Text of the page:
Liotta Bros. also set up a second processing area, using its old picking belt. Liotta says it took about two weeks to build the plant up again. “We think within a month or two we should be able to catch up with it to where we can handle the material on one system and send the second plant out on jobsites that need cleaning up,” he says.
Because of all the non-C&D material and C&D material mixed with household waste, Kvedaras says he immediately recognized the need to assign workers to inspect loads before they entered the facility.
He says Cooper Tank workers were meeting trucks out on the streets at one point and rejecting loads before the trucks reached the gates. “We probably rejected about 25 percent of the loads that came here,” Kvedaras recalls. Part of the initial problem was that the landfills had filled up, so Cooper Tank was receiving much of that material as well. Kvedaras adds that extra people had to be added to the front of picking lines simply to cut open the bags the material were often in before it could be sorted.
“The material was wet, and most of the material was coming in bags so it was hard to see what was in them. If you could imagine putting material in bags, onto conveyors, not only was it difficult to see, but there was nothing to pick,” Kvedaras explains.
The material was not what the C&D recycling operation is used to, and as a result its recovery rates suffered for a short time, Kvedaras admits. Workers had to slow down and clean out clogged screens every few hours because the material was so heavy from moisture. Nevertheless, Kvedaras says they kept at it, and the material stream eventually changed again. By the end of November, the facility was receiving more typical C&D material once again.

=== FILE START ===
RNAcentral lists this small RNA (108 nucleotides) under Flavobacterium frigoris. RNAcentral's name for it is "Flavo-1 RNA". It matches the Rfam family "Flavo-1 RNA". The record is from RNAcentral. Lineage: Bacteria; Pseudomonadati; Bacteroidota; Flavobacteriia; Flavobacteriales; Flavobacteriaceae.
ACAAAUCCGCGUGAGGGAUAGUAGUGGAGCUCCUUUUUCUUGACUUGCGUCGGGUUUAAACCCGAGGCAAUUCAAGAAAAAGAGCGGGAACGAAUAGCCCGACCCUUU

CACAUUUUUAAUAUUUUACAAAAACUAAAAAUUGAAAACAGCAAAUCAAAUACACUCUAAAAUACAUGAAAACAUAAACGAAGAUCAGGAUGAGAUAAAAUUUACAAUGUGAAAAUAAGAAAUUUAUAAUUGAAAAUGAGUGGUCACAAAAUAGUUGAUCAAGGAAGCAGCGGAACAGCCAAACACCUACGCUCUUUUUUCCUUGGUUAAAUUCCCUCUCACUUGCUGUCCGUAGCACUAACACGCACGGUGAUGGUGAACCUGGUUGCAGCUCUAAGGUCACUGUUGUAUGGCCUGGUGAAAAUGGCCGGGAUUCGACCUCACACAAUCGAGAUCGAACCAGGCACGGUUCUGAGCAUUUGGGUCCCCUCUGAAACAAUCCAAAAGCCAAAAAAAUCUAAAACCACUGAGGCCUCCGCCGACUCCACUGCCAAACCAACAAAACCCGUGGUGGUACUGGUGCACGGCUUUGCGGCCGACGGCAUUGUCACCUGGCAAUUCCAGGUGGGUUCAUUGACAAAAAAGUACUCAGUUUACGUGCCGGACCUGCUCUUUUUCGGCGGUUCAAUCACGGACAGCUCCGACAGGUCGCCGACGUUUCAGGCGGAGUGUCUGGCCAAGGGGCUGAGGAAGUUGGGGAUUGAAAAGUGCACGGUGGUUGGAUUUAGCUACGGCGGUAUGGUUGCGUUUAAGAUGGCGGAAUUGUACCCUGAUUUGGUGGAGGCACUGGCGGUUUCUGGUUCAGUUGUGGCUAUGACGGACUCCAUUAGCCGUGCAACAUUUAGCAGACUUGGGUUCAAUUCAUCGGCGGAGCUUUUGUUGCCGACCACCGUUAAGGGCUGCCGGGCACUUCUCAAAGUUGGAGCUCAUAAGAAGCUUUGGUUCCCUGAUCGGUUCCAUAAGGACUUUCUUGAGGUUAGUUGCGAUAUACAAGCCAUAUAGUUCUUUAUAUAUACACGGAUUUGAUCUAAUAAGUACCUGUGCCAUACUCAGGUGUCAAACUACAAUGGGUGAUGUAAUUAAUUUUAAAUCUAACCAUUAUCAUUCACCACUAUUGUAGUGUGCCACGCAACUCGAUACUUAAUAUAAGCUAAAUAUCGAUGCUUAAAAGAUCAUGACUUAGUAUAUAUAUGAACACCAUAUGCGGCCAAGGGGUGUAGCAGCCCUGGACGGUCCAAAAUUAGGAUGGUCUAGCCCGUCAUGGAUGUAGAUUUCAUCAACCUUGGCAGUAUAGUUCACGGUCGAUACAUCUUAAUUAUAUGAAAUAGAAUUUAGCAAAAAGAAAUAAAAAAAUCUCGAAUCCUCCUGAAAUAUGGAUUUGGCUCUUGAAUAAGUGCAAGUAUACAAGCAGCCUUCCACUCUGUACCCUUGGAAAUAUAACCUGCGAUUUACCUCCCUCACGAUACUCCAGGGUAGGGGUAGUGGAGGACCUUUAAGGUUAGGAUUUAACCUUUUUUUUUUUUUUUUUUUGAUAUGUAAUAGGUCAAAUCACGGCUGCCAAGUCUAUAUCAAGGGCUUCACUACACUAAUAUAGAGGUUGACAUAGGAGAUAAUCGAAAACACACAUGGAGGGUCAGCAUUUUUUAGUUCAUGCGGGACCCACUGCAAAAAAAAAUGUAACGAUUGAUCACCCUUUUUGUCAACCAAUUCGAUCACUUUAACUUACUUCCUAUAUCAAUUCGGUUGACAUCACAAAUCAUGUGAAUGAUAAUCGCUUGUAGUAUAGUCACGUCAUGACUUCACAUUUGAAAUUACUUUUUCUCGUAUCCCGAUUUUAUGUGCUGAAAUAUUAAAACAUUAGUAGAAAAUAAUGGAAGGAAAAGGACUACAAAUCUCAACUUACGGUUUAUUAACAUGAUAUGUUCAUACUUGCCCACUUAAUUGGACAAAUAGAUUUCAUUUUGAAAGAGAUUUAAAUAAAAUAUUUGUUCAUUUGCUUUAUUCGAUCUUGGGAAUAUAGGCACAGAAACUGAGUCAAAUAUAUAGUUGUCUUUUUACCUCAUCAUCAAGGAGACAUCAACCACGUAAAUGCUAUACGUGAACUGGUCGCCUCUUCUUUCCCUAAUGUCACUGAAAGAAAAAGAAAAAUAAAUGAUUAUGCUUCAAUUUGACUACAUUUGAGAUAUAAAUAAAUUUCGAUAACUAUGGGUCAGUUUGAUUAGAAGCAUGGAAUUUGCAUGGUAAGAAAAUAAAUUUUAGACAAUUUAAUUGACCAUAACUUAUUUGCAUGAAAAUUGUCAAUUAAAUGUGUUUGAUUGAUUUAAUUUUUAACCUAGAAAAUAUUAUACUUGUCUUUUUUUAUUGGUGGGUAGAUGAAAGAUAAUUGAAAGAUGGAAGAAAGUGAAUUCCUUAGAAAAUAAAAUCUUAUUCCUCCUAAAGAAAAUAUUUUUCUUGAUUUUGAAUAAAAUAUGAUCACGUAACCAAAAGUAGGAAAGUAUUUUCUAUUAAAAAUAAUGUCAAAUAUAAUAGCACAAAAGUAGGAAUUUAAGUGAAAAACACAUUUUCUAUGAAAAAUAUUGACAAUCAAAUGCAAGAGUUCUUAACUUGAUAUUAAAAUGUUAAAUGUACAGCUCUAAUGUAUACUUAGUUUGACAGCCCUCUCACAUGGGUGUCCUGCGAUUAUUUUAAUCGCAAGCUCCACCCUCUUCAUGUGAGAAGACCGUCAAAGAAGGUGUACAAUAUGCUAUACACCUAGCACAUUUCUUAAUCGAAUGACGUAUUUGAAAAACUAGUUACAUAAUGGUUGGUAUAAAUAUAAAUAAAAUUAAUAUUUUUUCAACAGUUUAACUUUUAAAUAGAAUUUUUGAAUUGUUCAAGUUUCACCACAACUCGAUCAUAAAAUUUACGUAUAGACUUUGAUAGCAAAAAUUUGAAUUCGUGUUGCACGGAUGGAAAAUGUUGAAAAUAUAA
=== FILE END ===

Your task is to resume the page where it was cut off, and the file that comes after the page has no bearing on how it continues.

Liotta says his facility has seen an increase in household materials coming in as a result of the storm. He has not had any problems with wet material, because he says the organic material heats up as it breaks down and absorbs the moisture.
Liotta adds, “We have actually had to hose down the material at times because it has been so dry—we haven’t had any rain. We had one snow storm after the hurricane, but since then we haven’t had any rain whatsoever.”
Kvedaras says he had thought November and early December would turn out to be a normal, slowdown period for the facility, but since Hurricane Sandy, volumes have increased by 25 percent and, he adds, the facility was already nearing capacity. When Liotta Bros. was profiled by C&DR, its daily capacity was estimated at 150 tons per day. Since the storm, Liotta says the facility is easily processing 300 tons per day. He also points out that quite a bit of internal demolition still needed to be done in the region and exterior demolition had yet to be tackled as of mid-December.
“We are going to start the demolition part of knocking down the walls and things like that. After that we will see the construction part of it, so this will go on for quite a while,” he explains.
Liotta and Kvedaras say they do not expect to see any slowing down, at least not until after the new year, and will continue to use extra workers and equipment for as long as necessary. Liotta says he plans to begin taking the company’s second plant out to demolition jobs once the facility catches up with the excess material.
“I don’t see it ending. Even after the holidays, there will be a lot of reconstruction starting. There is still a lot of cleanup and demolition, and they haven’t even gotten to the exterior demolition for buildings that need to come down,” Kvedaras says.
The author is assistant editor of Construction & Demolition Recycling and can be reached at firstname.lastname@example.org.